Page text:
Some years ago a brief flirtation with golf ended with the realisation that I simply didn’t have the time or motivation to become good enough at the game to make it anything other than a source of frustration. Putting that realisation aside along with my clubs it did plant a seed in my mind – that maybe once in a round of 18 holes I could hit a shot as perfectly as any professional, and I could do so on the same greens they play on using the same equipment if I so chose. In that way at least it has to be said that golf is a true meritocracy.
And so it is with photography. From its infancy photography progressed from science to profession and then with the advent of the box camera it gradually became accessible to hobbyists (or hobbits if you prefer my spell checker). Even so up until relatively recently you still needed to be reasonably well off to afford the kit that would enable you to compete technically with a professional photographer, but now all of that has changed.
The digital photography revolution has brought quality entry level equipment within reach of the masses while the increasingly media rich social and technical landscape we occupy has resulted in an exponential upsurge of people actively taking and sharing photos – many of whom would not necessarily think of themselves as photography enthusiasts. Which leads me back to the golf analogy – now anybody can pick up a camera, point it at something and (potentially) capture a picture of “professional” quality. Better still you can take photographs at almost any time or place and the results are almost instant so if you mess up the shot you just make adjustments and take it again. No penalty, no stigma and no need to dress like a clown.
A number of my amateur photography friends regularly produce and share fantastic pictures composed and executed to a very high quality and I have certainly seen inferior work from people who sell their services as professionals. There are of course be a great many more people who like to take pictures but, regardless of kit, really aren’t very good at it. That includes me, and I really don’t like it.
In the pre-digital days of photography I would InterRail for a month with my modest Olympus OM10 35mm and a decidedly generous 3 pack of 36 shot colour films (yes – colour vs B&W was still a choice!). That meant I could about take 3 photos per day and it would be weeks before they came back from the developers and I knew how they would come out. Looking back now I realise that despite my general lack of skills and experience I did at least recognise the need to think carefully about when to take a precious photo and as such some rudimentary evaluation of picture composition was going on in my head. Now the temptation is to snap away like some gattling gun in the knowledge that I have no limit on image quantity, only to later discover that I have dozens of equally ill-thought out snaps.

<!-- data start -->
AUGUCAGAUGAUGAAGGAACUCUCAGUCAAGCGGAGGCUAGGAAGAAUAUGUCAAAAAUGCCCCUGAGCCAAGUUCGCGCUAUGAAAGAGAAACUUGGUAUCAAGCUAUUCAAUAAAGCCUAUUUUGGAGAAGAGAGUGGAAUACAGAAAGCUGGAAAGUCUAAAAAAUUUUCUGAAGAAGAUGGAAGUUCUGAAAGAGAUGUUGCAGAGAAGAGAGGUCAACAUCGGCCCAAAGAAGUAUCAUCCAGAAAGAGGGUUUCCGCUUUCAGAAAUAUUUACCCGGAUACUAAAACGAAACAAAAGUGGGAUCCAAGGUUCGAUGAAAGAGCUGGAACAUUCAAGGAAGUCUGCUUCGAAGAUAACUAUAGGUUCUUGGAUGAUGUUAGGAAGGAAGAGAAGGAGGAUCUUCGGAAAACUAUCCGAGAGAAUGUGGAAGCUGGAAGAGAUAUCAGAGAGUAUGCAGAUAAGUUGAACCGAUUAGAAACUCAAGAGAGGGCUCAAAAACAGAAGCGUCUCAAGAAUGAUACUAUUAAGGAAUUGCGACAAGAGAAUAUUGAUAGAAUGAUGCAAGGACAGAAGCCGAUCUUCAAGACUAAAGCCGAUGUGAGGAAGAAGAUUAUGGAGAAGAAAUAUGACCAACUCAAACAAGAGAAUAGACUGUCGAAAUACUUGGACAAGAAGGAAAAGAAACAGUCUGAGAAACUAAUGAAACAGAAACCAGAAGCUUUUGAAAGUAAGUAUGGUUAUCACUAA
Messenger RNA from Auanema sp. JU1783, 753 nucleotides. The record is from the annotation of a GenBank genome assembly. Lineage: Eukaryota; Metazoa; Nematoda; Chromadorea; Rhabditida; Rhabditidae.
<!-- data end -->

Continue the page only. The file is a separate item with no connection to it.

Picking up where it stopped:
Fast forward 20 years and I’m swept up by the month-long Format 11 international photography festival here in my home town of Derby. It’s fun, friendly and helpfully accessible so I become a regular face at Derby’s Quad and other venues across the city. The underlying theme of the 2011 festival was Street Photography and under the tutelage of luminaries such as Bruce Gilden and Brian Griffin swathes of people prowled the streets on the lookout for people or situations worthy of capture. I gave it a go and – well, it was hard. Here’s the problem – if you hang around wielding a camera in Derby pedestrians politely stop and stay out of shot until you are done, ignorant of the fact that they were meant to be the subject.
Since Format 11 I have only headed out with Street Photography in mind on a couple of occasions and found it hard work, until I became a regular visitor to Edinburgh which by comparison is like shooting fish in a barrel. The city has one of the most architecturally distinctive centres in Britain and attracts millions of tourists to any number of festivals across the year. In other words you have a target rich environment in which you can point a camera without arousing so much as the blink of an eye.
I don’t think I had realised quite how high profile this event was until I attended a Format 11 talk on Photography For The Internet and discovered myself in a room seemingly full of professional photographers with a variety of international accents. The presentation was engaging but as it went on the subject matter became more technical as was to be expected given the fact a room full of “serious” photographers had travelled from afar to be here. That’s one of the stand-out characteristics of Derby’s Format Festival – it caters for a wide spectrum of people; career photographers, amateurs, occasional snappers and people who just like to look at pictures. The event also reaches out to so many local people through the number of different venues used.
Format 13 kicks off this week with an opening ceremony and I’m looking forward to that and then the month of events that follow. With such a diverse range of activities I know there’s going to be inspiration and entertainment along the way. As ever there’s an overwhelming selection of exhibitions, talks and workshops. My pen is already circling the likes of Pictures From The Real World (David Moore), Notes Home & Blind Boys – based on the festival programme notes at least. Of course, a picture says a thousand words.
However, there’s one workshop I’m still waiting for, and maybe it’s something you just can’t be taught? I want a course that teaches “how to see a picture” prior to activating the shutter. I envy those with a natural ability to view a real life scene, confidently “see” the picture and then capture it, having retained and accentuated the characteristics that bring it to life. Format 15, are you listening?